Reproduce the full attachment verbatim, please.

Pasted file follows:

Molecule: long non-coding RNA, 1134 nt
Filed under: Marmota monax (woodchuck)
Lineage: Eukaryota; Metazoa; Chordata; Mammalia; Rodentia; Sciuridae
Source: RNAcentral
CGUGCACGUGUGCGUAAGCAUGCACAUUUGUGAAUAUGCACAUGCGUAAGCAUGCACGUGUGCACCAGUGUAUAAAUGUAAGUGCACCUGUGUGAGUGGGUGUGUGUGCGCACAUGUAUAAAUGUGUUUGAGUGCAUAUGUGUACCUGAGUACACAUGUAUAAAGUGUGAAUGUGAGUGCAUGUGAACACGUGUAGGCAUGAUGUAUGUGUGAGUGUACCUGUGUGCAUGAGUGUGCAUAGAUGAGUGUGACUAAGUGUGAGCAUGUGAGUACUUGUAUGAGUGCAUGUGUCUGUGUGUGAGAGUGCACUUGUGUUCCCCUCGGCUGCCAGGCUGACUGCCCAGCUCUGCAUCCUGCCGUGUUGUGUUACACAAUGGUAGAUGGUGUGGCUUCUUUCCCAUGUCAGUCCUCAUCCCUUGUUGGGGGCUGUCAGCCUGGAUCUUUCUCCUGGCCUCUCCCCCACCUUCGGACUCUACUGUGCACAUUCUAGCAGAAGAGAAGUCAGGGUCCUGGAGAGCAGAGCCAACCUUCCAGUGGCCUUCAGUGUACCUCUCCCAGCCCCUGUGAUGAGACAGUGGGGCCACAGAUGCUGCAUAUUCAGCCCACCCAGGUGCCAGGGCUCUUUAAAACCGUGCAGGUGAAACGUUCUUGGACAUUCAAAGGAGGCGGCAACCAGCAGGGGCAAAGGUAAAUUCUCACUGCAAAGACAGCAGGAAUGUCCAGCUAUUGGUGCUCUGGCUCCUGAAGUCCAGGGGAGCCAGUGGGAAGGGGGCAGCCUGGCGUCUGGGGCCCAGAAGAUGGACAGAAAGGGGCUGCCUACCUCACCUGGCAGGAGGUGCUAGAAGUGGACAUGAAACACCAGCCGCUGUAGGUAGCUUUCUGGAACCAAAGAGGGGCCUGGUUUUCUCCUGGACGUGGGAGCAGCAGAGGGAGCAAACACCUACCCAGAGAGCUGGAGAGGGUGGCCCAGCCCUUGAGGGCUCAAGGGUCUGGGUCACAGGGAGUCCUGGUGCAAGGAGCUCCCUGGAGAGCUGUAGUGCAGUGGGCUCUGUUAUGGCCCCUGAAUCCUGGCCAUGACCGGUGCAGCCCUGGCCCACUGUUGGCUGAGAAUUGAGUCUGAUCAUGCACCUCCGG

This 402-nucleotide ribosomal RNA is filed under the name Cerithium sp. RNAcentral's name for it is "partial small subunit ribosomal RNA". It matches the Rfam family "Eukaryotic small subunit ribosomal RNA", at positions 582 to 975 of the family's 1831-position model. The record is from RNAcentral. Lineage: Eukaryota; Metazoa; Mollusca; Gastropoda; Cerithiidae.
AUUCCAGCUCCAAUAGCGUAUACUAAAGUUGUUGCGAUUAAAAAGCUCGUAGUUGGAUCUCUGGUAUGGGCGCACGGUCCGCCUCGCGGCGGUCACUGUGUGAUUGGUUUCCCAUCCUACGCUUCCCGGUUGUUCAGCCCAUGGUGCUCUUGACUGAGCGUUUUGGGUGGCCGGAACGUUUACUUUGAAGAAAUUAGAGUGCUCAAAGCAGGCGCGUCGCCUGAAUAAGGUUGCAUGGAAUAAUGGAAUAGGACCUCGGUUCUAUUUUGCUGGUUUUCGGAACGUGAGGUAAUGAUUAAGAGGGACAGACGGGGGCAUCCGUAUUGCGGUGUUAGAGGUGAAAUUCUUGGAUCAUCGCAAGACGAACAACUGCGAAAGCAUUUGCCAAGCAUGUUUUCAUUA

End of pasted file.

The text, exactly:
Molecule: long non-coding RNA, 1134 nt
Filed under: Marmota monax (woodchuck)
Lineage: Eukaryota; Metazoa; Chordata; Mammalia; Rodentia; Sciuridae
Source: RNAcentral
CGUGCACGUGUGCGUAAGCAUGCACAUUUGUGAAUAUGCACAUGCGUAAGCAUGCACGUGUGCACCAGUGUAUAAAUGUAAGUGCACCUGUGUGAGUGGGUGUGUGUGCGCACAUGUAUAAAUGUGUUUGAGUGCAUAUGUGUACCUGAGUACACAUGUAUAAAGUGUGAAUGUGAGUGCAUGUGAACACGUGUAGGCAUGAUGUAUGUGUGAGUGUACCUGUGUGCAUGAGUGUGCAUAGAUGAGUGUGACUAAGUGUGAGCAUGUGAGUACUUGUAUGAGUGCAUGUGUCUGUGUGUGAGAGUGCACUUGUGUUCCCCUCGGCUGCCAGGCUGACUGCCCAGCUCUGCAUCCUGCCGUGUUGUGUUACACAAUGGUAGAUGGUGUGGCUUCUUUCCCAUGUCAGUCCUCAUCCCUUGUUGGGGGCUGUCAGCCUGGAUCUUUCUCCUGGCCUCUCCCCCACCUUCGGACUCUACUGUGCACAUUCUAGCAGAAGAGAAGUCAGGGUCCUGGAGAGCAGAGCCAACCUUCCAGUGGCCUUCAGUGUACCUCUCCCAGCCCCUGUGAUGAGACAGUGGGGCCACAGAUGCUGCAUAUUCAGCCCACCCAGGUGCCAGGGCUCUUUAAAACCGUGCAGGUGAAACGUUCUUGGACAUUCAAAGGAGGCGGCAACCAGCAGGGGCAAAGGUAAAUUCUCACUGCAAAGACAGCAGGAAUGUCCAGCUAUUGGUGCUCUGGCUCCUGAAGUCCAGGGGAGCCAGUGGGAAGGGGGCAGCCUGGCGUCUGGGGCCCAGAAGAUGGACAGAAAGGGGCUGCCUACCUCACCUGGCAGGAGGUGCUAGAAGUGGACAUGAAACACCAGCCGCUGUAGGUAGCUUUCUGGAACCAAAGAGGGGCCUGGUUUUCUCCUGGACGUGGGAGCAGCAGAGGGAGCAAACACCUACCCAGAGAGCUGGAGAGGGUGGCCCAGCCCUUGAGGGCUCAAGGGUCUGGGUCACAGGGAGUCCUGGUGCAAGGAGCUCCCUGGAGAGCUGUAGUGCAGUGGGCUCUGUUAUGGCCCCUGAAUCCUGGCCAUGACCGGUGCAGCCCUGGCCCACUGUUGGCUGAGAAUUGAGUCUGAUCAUGCACCUCCGG

This 402-nucleotide ribosomal RNA is filed under the name Cerithium sp. RNAcentral's name for it is "partial small subunit ribosomal RNA". It matches the Rfam family "Eukaryotic small subunit ribosomal RNA", at positions 582 to 975 of the family's 1831-position model. The record is from RNAcentral. Lineage: Eukaryota; Metazoa; Mollusca; Gastropoda; Cerithiidae.
AUUCCAGCUCCAAUAGCGUAUACUAAAGUUGUUGCGAUUAAAAAGCUCGUAGUUGGAUCUCUGGUAUGGGCGCACGGUCCGCCUCGCGGCGGUCACUGUGUGAUUGGUUUCCCAUCCUACGCUUCCCGGUUGUUCAGCCCAUGGUGCUCUUGACUGAGCGUUUUGGGUGGCCGGAACGUUUACUUUGAAGAAAUUAGAGUGCUCAAAGCAGGCGCGUCGCCUGAAUAAGGUUGCAUGGAAUAAUGGAAUAGGACCUCGGUUCUAUUUUGCUGGUUUUCGGAACGUGAGGUAAUGAUUAAGAGGGACAGACGGGGGCAUCCGUAUUGCGGUGUUAGAGGUGAAAUUCUUGGAUCAUCGCAAGACGAACAACUGCGAAAGCAUUUGCCAAGCAUGUUUUCAUUA